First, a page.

Working towards Irish Unity




Quite a week for United Irelanders

Quite a week for United Irelanders

Leo. Colum. Wallace. Duncan.

Members of Ireland’s latest boy band?

Not quite, but this quartet have been singing mellifluously from the same hymn sheet this past week.

Political leaders, Varadkar and Eastwood, trilling a new-found enthusiasm for Irish unity. 

But the stand-out performance – the lead solo – came courtesy of DUP founding member, Wallace Thompson. A former adviser to Nigel Dodds, his intervention was nothing short of spectacular.

Speaking to the Belfast Telegraph, the veteran Orangeman and evangelical Protestant (who cheerily contends that the Pope is the ‘anti-Christ’ while claiming to have ‘many Roman Catholic friends’) says there is ‘an inevitability in my mind’ that ‘we are moving towards some form of new Ireland.’

The problem for unionists, he argues, is that ‘we’re in denial; constant denial.’

He doesn’t want ‘absorption’ into a united Ireland but is willing to positively engage with constitutional change and remains, seemingly, pragmatic about what form that might take.

His remarks are both a powerful riposte to unionism’s Canute-like tendency – drawing inward against the elemental forces now ranged against it – and proof positive that there are, in quiet corners, thinking people who want to lead their community to an honourable settlement.

But Wallace’s wasn’t the only voice wading into the unity debate last week.

Speaking to RTÉ last week, Taoiseach Leo Varadkar stated that ‘we are on the path to unification,’ adding that he expects this to take place ‘in my lifetime.’ 

Previously, Varadkar has blown hot and cold on the whole issue, but as Taoiseach his words are given an immediate significance.

Then we had SDLP Leader, Colum Eastwood. Recycling the same language, he also predicted that we are ‘on the path to unification,’ remarking that Dublin is now ‘moving into the space of planning for it.’ Colum went further than Leo, however, in predicting we would see a unity referendum within seven years.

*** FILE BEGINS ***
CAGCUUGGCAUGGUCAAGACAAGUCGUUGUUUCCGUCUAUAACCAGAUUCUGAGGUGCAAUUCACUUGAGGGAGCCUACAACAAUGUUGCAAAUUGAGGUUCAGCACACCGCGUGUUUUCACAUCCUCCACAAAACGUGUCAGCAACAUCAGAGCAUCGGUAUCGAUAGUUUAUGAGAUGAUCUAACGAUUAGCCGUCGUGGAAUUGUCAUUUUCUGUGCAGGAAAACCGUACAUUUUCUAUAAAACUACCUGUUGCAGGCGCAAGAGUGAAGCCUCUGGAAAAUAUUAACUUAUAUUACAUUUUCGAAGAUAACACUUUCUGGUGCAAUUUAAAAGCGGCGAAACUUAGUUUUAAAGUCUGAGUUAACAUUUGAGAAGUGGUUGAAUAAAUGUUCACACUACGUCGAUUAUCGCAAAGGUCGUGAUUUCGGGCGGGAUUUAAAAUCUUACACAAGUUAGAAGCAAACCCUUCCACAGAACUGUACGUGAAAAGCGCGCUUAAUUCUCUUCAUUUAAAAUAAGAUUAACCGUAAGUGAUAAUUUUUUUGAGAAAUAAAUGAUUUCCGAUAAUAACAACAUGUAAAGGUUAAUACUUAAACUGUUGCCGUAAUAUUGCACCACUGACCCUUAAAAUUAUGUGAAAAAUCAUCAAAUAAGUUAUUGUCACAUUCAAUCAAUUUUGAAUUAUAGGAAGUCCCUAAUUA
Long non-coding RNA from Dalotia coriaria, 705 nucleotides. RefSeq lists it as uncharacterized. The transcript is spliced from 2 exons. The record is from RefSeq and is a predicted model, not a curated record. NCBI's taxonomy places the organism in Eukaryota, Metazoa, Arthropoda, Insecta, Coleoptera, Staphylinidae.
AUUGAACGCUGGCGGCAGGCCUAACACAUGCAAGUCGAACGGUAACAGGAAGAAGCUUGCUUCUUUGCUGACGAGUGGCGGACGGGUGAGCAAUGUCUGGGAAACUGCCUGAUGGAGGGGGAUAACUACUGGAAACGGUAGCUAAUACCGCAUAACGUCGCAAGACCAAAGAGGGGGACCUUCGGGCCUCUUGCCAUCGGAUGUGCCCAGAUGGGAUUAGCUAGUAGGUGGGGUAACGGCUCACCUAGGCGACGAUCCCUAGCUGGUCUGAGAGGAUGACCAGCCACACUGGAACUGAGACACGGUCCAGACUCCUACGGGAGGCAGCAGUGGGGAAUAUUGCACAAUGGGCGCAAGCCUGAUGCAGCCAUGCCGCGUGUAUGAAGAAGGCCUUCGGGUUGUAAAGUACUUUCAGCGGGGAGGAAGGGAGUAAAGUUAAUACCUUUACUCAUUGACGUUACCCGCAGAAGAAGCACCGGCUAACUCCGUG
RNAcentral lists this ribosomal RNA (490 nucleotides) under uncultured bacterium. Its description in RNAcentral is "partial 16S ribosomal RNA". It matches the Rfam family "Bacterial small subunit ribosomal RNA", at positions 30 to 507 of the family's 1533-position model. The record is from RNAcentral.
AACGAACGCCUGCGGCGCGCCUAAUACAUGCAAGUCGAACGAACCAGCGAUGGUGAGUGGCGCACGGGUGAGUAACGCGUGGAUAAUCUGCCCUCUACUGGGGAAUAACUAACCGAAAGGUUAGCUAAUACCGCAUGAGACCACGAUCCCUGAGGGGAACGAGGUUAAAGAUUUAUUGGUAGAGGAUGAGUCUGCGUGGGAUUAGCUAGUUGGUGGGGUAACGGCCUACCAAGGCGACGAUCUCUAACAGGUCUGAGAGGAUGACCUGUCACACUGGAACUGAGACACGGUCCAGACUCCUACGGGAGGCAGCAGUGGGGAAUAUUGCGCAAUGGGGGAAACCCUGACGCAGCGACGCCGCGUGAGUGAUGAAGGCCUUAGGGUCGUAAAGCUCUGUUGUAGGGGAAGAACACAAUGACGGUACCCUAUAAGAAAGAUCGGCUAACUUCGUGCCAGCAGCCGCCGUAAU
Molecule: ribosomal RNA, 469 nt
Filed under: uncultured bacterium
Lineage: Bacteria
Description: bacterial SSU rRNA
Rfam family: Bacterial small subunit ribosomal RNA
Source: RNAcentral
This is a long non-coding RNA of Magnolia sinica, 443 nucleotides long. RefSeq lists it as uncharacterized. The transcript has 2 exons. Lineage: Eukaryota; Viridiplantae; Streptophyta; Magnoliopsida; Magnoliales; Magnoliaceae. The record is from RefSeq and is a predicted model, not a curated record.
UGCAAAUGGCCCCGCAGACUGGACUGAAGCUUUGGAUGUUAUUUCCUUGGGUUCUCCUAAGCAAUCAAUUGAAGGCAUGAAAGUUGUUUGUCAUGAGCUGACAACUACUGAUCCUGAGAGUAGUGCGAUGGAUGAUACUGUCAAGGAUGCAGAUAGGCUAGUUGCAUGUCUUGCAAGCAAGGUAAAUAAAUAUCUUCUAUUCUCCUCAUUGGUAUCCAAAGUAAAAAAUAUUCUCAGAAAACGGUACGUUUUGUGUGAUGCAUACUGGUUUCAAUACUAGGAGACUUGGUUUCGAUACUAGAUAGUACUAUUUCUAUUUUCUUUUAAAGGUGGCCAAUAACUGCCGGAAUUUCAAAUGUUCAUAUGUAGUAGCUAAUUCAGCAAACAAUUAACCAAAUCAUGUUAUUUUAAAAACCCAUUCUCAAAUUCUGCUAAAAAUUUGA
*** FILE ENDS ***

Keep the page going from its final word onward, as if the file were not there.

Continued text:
Oh, and then there’s Duncan. 

Duncan Jones, son of the late, great David Bowie and a celebrated film director in his own right. 

Retweeting a BBC story about Varadkar’s remarks, he added: ‘I wish that island nothing but peace and contentment. After what they’ve endured over the centuries, they deserve it.’ (His Irish great-grandparents would doubtless approve).


‘On the path.’

‘Moving into the space.’

Language matters in politics and once you accept Irish unity is a dead cert – as a DUP stalwart, the Irish premier and the leader of the SDLP have done in the past few days – even if there are quibbles about the exact course of the journey and the timescale – then the thinking automatically turns a notch, and the debate switches to what preparations are necessary.

It gets very hard to then resile from comments like Varadkar’s and Eastwood’s.  

I argued in my book ‘A United Ireland: Why Unification is Inevitable and How it Will Come About’ that the debate needed to be ‘de-Shinnerised.’ Not a jab at Sinn Fein, but merely a recognition that one party cannot carry the weight of constitutional change alone.

Hopefully, this is now happening, with other Irish political parties taking ownership of the issue. 

As for Wallace Thompson, well, by his own admission, he is not alone in drawing the conclusions he has. Granted, there is little point being a jobbing unionist politician if you don’t speak-up for the status quo, but neither is there much point in pointlessly dying on a hill for a lost cause.

I suspect we will hear similar thoughts from other unionists as the debate progresses.